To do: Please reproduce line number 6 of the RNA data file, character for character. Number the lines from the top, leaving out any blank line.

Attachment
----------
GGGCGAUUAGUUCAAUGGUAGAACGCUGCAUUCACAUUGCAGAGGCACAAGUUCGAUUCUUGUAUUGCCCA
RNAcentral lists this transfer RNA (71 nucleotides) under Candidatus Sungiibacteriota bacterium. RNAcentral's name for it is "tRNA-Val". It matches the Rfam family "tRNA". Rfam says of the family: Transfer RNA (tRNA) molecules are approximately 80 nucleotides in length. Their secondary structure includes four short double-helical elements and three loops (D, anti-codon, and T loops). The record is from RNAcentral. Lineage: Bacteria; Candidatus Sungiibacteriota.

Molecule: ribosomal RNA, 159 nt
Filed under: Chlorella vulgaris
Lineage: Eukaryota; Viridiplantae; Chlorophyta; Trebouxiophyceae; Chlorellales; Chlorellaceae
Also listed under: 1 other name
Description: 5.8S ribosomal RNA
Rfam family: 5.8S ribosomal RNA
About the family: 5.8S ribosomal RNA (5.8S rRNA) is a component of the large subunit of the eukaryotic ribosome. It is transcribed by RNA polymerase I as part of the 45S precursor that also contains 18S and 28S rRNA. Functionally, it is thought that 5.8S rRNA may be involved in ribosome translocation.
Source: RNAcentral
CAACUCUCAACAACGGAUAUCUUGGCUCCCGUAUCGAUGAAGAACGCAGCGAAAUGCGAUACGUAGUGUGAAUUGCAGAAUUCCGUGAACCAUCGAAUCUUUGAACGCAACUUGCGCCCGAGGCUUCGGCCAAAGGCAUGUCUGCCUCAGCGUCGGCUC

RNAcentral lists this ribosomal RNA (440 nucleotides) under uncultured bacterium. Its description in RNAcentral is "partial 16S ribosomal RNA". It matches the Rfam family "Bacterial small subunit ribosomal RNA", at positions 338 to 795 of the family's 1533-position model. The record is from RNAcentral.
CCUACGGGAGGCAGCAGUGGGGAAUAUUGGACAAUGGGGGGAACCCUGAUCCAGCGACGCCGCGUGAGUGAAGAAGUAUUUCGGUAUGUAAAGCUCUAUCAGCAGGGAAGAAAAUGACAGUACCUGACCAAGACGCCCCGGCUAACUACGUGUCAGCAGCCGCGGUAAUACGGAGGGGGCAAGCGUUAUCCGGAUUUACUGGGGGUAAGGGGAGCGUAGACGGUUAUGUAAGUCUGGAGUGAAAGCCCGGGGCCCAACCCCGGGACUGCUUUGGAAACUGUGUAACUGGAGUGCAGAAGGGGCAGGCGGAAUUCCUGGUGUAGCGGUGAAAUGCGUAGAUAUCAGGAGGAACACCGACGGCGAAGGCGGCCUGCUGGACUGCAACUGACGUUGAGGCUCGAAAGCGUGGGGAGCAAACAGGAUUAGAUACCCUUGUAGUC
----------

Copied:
Also listed under: 1 other name